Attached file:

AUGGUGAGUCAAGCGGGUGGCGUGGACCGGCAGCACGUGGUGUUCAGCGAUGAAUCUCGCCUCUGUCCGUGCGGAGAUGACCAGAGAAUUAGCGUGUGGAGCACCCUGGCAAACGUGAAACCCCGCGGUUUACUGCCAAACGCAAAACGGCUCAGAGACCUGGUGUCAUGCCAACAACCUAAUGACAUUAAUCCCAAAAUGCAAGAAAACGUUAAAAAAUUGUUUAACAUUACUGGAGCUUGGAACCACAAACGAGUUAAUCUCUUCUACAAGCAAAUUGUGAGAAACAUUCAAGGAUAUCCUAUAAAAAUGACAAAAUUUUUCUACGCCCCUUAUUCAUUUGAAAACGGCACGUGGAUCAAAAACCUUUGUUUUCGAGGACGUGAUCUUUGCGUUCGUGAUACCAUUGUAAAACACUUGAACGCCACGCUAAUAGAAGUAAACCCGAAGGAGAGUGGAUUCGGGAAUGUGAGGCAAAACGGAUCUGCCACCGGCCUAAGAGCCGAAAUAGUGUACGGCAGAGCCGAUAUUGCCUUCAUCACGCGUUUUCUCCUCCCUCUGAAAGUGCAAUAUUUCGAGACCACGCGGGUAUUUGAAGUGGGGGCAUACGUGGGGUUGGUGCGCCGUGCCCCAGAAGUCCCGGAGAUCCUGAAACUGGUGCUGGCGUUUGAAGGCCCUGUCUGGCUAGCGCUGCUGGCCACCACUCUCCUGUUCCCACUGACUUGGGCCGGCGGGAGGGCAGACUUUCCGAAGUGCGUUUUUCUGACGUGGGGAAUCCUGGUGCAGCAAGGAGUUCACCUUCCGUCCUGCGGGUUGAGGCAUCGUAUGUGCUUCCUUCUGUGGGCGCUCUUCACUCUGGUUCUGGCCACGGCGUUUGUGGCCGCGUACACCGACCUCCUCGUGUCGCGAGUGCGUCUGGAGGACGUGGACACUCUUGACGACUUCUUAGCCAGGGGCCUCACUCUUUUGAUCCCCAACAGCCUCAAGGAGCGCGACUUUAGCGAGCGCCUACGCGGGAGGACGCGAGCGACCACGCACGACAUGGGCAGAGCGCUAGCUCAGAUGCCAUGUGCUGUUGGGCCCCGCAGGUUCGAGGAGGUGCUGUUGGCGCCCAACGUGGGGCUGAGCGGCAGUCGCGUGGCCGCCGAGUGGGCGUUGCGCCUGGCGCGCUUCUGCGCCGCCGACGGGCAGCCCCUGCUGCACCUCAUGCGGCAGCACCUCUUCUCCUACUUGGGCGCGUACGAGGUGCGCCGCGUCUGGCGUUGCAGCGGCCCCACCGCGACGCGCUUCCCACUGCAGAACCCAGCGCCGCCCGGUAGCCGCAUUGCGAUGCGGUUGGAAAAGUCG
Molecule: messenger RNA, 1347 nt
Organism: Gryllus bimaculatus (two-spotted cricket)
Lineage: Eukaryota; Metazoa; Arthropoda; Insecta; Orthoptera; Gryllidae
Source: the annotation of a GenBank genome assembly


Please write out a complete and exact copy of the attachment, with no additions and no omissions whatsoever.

AUGGUGAGUCAAGCGGGUGGCGUGGACCGGCAGCACGUGGUGUUCAGCGAUGAAUCUCGCCUCUGUCCGUGCGGAGAUGACCAGAGAAUUAGCGUGUGGAGCACCCUGGCAAACGUGAAACCCCGCGGUUUACUGCCAAACGCAAAACGGCUCAGAGACCUGGUGUCAUGCCAACAACCUAAUGACAUUAAUCCCAAAAUGCAAGAAAACGUUAAAAAAUUGUUUAACAUUACUGGAGCUUGGAACCACAAACGAGUUAAUCUCUUCUACAAGCAAAUUGUGAGAAACAUUCAAGGAUAUCCUAUAAAAAUGACAAAAUUUUUCUACGCCCCUUAUUCAUUUGAAAACGGCACGUGGAUCAAAAACCUUUGUUUUCGAGGACGUGAUCUUUGCGUUCGUGAUACCAUUGUAAAACACUUGAACGCCACGCUAAUAGAAGUAAACCCGAAGGAGAGUGGAUUCGGGAAUGUGAGGCAAAACGGAUCUGCCACCGGCCUAAGAGCCGAAAUAGUGUACGGCAGAGCCGAUAUUGCCUUCAUCACGCGUUUUCUCCUCCCUCUGAAAGUGCAAUAUUUCGAGACCACGCGGGUAUUUGAAGUGGGGGCAUACGUGGGGUUGGUGCGCCGUGCCCCAGAAGUCCCGGAGAUCCUGAAACUGGUGCUGGCGUUUGAAGGCCCUGUCUGGCUAGCGCUGCUGGCCACCACUCUCCUGUUCCCACUGACUUGGGCCGGCGGGAGGGCAGACUUUCCGAAGUGCGUUUUUCUGACGUGGGGAAUCCUGGUGCAGCAAGGAGUUCACCUUCCGUCCUGCGGGUUGAGGCAUCGUAUGUGCUUCCUUCUGUGGGCGCUCUUCACUCUGGUUCUGGCCACGGCGUUUGUGGCCGCGUACACCGACCUCCUCGUGUCGCGAGUGCGUCUGGAGGACGUGGACACUCUUGACGACUUCUUAGCCAGGGGCCUCACUCUUUUGAUCCCCAACAGCCUCAAGGAGCGCGACUUUAGCGAGCGCCUACGCGGGAGGACGCGAGCGACCACGCACGACAUGGGCAGAGCGCUAGCUCAGAUGCCAUGUGCUGUUGGGCCCCGCAGGUUCGAGGAGGUGCUGUUGGCGCCCAACGUGGGGCUGAGCGGCAGUCGCGUGGCCGCCGAGUGGGCGUUGCGCCUGGCGCGCUUCUGCGCCGCCGACGGGCAGCCCCUGCUGCACCUCAUGCGGCAGCACCUCUUCUCCUACUUGGGCGCGUACGAGGUGCGCCGCGUCUGGCGUUGCAGCGGCCCCACCGCGACGCGCUUCCCACUGCAGAACCCAGCGCCGCCCGGUAGCCGCAUUGCGAUGCGGUUGGAAAAGUCG
Molecule: messenger RNA, 1347 nt
Organism: Gryllus bimaculatus (two-spotted cricket)
Lineage: Eukaryota; Metazoa; Arthropoda; Insecta; Orthoptera; Gryllidae
Source: the annotation of a GenBank genome assembly